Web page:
In the early years of the 1900s, the hamlet of Troyon nestled in a wide, steep valley off the road that rises steeply from Vendresse to Cerny en Laonnais. In Cerny there was only one building, a sugar factory.
A hundred years later, there is nothing left of Troyon, except a farm bearing that name and a sad little graveyard with a cross marking the position of the old church; in Cerny there are only a few more buildings, as it marks little more than a crossroads, where the road north from Vendresse crosses the Chemin des Dames on its way to Laon. The Germans had not opposed our crossing of the River Aisne as hard as they might because they had resolved to defend the high ground of the Chemin des Dames. 1st Division crossed the River Aisne at Bourg et Comin in mid-September 1914 facing only light opposition. We then marched to Vendresse to support an attack on the high ground above Troyon.
Either side of the road up from Vendresse, the fields are rich and rolling. The soil is a loam, great for growing and good for digging. The slope is convex but the crest is about 300m before the Sucrerie. In the top picture, the Sucrerie would have been in the trees on the right horizon; Troyon is in the valley to the left.This means that there were good covered approaches to the front line, up from Troyon. But it gave us the difficult job of attacking up hill and over a crest. The second picture shows the view from the Sucrerie. The Germans, meanwhile, could defend in depth with reserves out of sight of our spotters. Only the occasional aircraft could look over the ridge, but as most of them had no communications, the information took ages to get to the guns who, by that time, had probably other more immediate targets to engage. It was just our luck that the Sucrerie presented them with a ready-made stronghold and observation point. We were to spend the next month in and out of the front line at Troyon. In retrospect, it was a quiet sector. We had the occasional skirmish when we attacked them or they us, but it appeared that they were happy holding their positions and their artillery seemed to enjoy dusting us up most mornings. Apart from that, things were fairly settled.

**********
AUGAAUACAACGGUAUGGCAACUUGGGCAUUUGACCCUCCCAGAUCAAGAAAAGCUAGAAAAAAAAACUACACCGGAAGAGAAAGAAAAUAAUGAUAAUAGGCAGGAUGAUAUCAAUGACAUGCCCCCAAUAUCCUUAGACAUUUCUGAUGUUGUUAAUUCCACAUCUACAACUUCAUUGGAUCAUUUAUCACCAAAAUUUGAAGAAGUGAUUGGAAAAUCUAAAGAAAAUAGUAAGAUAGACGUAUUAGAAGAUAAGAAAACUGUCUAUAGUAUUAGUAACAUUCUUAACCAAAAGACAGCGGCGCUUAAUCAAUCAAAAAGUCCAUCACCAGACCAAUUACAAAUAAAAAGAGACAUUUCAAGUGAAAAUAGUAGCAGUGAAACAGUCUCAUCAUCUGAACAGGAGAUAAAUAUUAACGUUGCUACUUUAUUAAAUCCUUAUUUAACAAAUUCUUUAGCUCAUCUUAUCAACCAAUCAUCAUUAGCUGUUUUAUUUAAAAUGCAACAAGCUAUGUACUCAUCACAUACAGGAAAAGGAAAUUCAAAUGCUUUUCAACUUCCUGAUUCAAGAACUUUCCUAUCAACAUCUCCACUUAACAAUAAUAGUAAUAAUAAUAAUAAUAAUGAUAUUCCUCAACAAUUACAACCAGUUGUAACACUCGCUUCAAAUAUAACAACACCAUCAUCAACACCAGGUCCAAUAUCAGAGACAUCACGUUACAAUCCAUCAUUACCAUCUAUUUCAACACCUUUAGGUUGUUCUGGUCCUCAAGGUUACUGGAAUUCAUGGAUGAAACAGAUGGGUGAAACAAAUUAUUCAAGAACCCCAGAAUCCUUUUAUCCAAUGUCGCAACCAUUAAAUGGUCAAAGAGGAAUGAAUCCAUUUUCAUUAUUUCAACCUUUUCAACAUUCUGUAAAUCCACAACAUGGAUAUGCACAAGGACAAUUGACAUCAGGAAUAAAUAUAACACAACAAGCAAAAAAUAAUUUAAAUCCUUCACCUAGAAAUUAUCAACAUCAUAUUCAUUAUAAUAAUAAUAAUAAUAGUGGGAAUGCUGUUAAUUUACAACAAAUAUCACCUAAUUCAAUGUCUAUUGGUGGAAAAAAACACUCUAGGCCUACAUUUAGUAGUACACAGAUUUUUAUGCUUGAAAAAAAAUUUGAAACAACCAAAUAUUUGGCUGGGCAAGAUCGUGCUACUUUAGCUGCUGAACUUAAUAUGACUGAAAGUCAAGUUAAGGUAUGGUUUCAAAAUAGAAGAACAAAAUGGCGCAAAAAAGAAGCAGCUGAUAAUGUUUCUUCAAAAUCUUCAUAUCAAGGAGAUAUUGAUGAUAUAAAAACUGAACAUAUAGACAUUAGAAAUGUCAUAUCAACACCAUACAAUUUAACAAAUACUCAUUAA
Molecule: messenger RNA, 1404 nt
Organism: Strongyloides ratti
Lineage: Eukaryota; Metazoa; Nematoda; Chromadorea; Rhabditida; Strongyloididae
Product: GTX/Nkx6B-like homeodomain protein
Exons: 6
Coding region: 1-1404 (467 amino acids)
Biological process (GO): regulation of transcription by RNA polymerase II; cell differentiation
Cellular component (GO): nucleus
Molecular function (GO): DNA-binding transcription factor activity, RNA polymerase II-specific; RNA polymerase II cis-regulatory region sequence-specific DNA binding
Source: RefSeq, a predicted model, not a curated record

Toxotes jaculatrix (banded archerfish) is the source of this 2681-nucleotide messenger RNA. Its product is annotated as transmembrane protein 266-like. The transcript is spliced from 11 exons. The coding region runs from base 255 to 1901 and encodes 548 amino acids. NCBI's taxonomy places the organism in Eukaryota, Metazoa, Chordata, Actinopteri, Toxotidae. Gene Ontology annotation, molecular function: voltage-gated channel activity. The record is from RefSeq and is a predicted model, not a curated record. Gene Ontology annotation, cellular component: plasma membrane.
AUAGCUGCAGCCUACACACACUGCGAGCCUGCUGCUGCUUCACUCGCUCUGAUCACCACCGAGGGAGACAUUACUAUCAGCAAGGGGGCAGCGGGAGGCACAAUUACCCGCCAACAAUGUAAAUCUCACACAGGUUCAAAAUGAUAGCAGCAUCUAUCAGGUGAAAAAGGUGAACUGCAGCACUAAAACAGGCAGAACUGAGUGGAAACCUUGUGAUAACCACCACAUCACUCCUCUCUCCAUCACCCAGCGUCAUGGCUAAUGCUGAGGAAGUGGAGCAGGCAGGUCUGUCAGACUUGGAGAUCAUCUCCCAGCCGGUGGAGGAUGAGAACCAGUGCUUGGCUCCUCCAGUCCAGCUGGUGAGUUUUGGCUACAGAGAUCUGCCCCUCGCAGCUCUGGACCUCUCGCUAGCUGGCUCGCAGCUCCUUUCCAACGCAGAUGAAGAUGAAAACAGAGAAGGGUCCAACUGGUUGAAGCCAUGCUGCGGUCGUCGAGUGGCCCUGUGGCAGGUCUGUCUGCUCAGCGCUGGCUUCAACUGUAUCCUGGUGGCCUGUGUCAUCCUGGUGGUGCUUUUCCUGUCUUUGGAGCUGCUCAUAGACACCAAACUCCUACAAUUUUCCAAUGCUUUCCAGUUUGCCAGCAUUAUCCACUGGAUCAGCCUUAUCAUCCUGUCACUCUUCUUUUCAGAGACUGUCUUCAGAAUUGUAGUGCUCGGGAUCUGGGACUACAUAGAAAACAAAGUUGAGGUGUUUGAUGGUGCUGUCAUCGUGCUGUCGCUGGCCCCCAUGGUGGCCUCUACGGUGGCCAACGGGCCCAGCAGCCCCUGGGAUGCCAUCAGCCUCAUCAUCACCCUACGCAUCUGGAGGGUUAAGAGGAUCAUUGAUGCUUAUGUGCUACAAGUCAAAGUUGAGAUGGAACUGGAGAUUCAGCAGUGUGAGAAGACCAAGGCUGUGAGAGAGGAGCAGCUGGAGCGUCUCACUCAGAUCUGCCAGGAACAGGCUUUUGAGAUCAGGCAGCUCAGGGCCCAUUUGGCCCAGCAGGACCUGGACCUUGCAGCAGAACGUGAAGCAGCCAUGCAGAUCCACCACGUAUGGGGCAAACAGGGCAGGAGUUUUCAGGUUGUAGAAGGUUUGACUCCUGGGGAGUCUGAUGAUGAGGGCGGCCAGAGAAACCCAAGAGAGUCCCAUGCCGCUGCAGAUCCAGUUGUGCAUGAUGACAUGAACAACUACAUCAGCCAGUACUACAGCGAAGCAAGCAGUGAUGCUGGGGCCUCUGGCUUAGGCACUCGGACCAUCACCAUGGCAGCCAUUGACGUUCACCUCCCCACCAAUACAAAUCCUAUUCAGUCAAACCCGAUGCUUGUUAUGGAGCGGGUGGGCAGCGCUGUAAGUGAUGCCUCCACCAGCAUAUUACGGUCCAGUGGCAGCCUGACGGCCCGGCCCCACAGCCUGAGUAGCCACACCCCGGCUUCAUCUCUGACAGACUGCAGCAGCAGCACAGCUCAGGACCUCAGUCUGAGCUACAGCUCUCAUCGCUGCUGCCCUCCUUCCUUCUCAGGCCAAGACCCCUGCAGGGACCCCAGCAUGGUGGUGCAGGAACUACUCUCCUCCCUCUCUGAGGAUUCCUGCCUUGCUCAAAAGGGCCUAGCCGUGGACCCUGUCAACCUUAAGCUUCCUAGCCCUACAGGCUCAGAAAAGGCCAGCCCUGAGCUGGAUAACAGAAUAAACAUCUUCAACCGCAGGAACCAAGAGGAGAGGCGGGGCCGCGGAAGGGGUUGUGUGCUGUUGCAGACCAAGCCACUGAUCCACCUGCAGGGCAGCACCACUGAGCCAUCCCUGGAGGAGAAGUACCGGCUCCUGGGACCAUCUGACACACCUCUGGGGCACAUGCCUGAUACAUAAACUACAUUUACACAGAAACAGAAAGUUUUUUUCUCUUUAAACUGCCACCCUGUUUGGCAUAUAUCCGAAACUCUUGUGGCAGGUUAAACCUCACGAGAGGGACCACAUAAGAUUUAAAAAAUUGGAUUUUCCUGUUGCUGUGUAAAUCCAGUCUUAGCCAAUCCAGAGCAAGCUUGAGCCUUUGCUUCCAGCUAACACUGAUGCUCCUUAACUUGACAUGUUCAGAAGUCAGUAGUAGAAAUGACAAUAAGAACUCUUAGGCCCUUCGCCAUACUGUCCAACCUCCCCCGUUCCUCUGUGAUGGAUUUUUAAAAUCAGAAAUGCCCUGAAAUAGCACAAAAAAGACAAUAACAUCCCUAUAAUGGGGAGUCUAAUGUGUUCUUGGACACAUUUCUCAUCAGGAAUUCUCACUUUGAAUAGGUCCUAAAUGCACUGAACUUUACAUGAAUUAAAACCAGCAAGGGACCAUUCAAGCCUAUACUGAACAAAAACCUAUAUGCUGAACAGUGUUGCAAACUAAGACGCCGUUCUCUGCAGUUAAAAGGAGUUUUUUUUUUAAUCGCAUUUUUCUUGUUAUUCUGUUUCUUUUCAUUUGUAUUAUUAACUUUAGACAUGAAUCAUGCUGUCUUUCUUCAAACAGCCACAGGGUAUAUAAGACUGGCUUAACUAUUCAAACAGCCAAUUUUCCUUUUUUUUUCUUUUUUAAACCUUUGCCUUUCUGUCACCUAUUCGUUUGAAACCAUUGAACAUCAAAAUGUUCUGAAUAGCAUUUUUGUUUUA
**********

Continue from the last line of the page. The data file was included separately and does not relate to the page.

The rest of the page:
In the month that we were in this sector, we spent 25 days in the front line in four stints. When we were relieved, typically we were out of the line for 1 or 2 days. Our casualties seemed horrific to us then, but we got used to much worse later at Ypres. During that month, we lost our Commanding Officer, Lt Col Montressor, our Adjutant, Lt the Hon HL Pelham, a major, two captains, three lieutenants and 22 other ranks; 8 lieutenants and 138 other ranks were wounded and we had 114 missing, some of whom made their way back to us later. That was out of a total strength of about 930.
On 15th October 1914, we were relieved by the French. We marched by night to Vauxcere and then to Fismes, where we entrained. The march was a bit of a slog as we were carrying a full load of ammunition, our machine guns and rations. From Troyon, it was downhill all the way back to Bourg et Comin, where we crossed the River Aisne again, this time without Jerry potting at us. However, from there to Vauxcere was all uphill. There is a steep ridge, running parallel with the Chemin des Dames, that separates the River Aisne from the River Marne. We felt like the Grand old Duke of York’s men as we marched up onto the ridge and then down again to Fismes.
Fismes has a large shunting yard, and there the Brigade entrained for a long journey up to the area behind Ypres, although at the time, of course, we knew nothing of where we were going.
There is a lovely little graveyard between Vendresse and Troyon. In it 18 members of the battalion are buried, including the Adjutant, Lt Hon Pelham. Recently, an unknown soldier from the Queens was buried in a new grave.
Join me tomorrow as I describe another part of the Battalion’s exploits further north.